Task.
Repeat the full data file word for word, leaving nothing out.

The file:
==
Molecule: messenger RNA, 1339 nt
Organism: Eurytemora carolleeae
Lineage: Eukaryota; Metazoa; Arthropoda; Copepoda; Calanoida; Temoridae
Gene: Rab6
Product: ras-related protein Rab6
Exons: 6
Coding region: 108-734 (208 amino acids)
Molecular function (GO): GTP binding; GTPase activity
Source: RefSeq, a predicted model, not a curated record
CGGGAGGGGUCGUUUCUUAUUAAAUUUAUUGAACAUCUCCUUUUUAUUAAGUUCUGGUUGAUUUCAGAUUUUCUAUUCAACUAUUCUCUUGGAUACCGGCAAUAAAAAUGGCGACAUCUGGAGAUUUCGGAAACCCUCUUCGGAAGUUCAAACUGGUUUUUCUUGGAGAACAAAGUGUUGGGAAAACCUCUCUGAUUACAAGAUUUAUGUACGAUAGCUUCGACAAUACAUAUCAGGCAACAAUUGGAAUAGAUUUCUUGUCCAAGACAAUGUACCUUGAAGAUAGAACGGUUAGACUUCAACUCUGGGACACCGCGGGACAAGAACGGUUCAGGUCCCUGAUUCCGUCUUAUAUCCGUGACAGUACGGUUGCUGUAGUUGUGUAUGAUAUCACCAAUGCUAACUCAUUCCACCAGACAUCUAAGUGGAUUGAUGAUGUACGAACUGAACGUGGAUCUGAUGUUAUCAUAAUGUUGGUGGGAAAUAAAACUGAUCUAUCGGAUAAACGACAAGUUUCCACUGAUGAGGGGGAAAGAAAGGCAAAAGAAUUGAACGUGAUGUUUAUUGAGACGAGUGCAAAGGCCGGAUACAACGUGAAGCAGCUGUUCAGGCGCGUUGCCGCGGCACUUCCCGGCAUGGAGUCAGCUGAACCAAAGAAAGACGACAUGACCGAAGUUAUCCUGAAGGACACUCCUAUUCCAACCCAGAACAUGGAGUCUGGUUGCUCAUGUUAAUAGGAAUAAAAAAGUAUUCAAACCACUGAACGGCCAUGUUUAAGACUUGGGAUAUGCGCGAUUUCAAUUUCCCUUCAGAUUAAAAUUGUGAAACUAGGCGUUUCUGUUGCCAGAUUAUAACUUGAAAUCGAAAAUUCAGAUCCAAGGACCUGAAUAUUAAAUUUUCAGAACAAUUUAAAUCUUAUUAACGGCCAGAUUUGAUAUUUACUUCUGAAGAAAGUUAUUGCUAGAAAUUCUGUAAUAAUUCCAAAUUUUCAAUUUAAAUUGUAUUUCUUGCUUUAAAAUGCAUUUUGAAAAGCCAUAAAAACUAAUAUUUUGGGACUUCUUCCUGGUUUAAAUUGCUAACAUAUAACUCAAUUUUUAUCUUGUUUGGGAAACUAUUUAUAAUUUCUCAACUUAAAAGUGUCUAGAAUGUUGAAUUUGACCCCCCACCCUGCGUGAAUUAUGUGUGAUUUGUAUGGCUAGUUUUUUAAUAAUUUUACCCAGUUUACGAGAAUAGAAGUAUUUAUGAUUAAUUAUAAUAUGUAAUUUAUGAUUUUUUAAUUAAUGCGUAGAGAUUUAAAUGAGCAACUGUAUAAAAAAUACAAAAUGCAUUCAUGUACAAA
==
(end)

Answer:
Molecule: messenger RNA, 1339 nt
Organism: Eurytemora carolleeae
Lineage: Eukaryota; Metazoa; Arthropoda; Copepoda; Calanoida; Temoridae
Gene: Rab6
Product: ras-related protein Rab6
Exons: 6
Coding region: 108-734 (208 amino acids)
Molecular function (GO): GTP binding; GTPase activity
Source: RefSeq, a predicted model, not a curated record
CGGGAGGGGUCGUUUCUUAUUAAAUUUAUUGAACAUCUCCUUUUUAUUAAGUUCUGGUUGAUUUCAGAUUUUCUAUUCAACUAUUCUCUUGGAUACCGGCAAUAAAAAUGGCGACAUCUGGAGAUUUCGGAAACCCUCUUCGGAAGUUCAAACUGGUUUUUCUUGGAGAACAAAGUGUUGGGAAAACCUCUCUGAUUACAAGAUUUAUGUACGAUAGCUUCGACAAUACAUAUCAGGCAACAAUUGGAAUAGAUUUCUUGUCCAAGACAAUGUACCUUGAAGAUAGAACGGUUAGACUUCAACUCUGGGACACCGCGGGACAAGAACGGUUCAGGUCCCUGAUUCCGUCUUAUAUCCGUGACAGUACGGUUGCUGUAGUUGUGUAUGAUAUCACCAAUGCUAACUCAUUCCACCAGACAUCUAAGUGGAUUGAUGAUGUACGAACUGAACGUGGAUCUGAUGUUAUCAUAAUGUUGGUGGGAAAUAAAACUGAUCUAUCGGAUAAACGACAAGUUUCCACUGAUGAGGGGGAAAGAAAGGCAAAAGAAUUGAACGUGAUGUUUAUUGAGACGAGUGCAAAGGCCGGAUACAACGUGAAGCAGCUGUUCAGGCGCGUUGCCGCGGCACUUCCCGGCAUGGAGUCAGCUGAACCAAAGAAAGACGACAUGACCGAAGUUAUCCUGAAGGACACUCCUAUUCCAACCCAGAACAUGGAGUCUGGUUGCUCAUGUUAAUAGGAAUAAAAAAGUAUUCAAACCACUGAACGGCCAUGUUUAAGACUUGGGAUAUGCGCGAUUUCAAUUUCCCUUCAGAUUAAAAUUGUGAAACUAGGCGUUUCUGUUGCCAGAUUAUAACUUGAAAUCGAAAAUUCAGAUCCAAGGACCUGAAUAUUAAAUUUUCAGAACAAUUUAAAUCUUAUUAACGGCCAGAUUUGAUAUUUACUUCUGAAGAAAGUUAUUGCUAGAAAUUCUGUAAUAAUUCCAAAUUUUCAAUUUAAAUUGUAUUUCUUGCUUUAAAAUGCAUUUUGAAAAGCCAUAAAAACUAAUAUUUUGGGACUUCUUCCUGGUUUAAAUUGCUAACAUAUAACUCAAUUUUUAUCUUGUUUGGGAAACUAUUUAUAAUUUCUCAACUUAAAAGUGUCUAGAAUGUUGAAUUUGACCCCCCACCCUGCGUGAAUUAUGUGUGAUUUGUAUGGCUAGUUUUUUAAUAAUUUUACCCAGUUUACGAGAAUAGAAGUAUUUAUGAUUAAUUAUAAUAUGUAAUUUAUGAUUUUUUAAUUAAUGCGUAGAGAUUUAAAUGAGCAACUGUAUAAAAAAUACAAAAUGCAUUCAUGUACAAA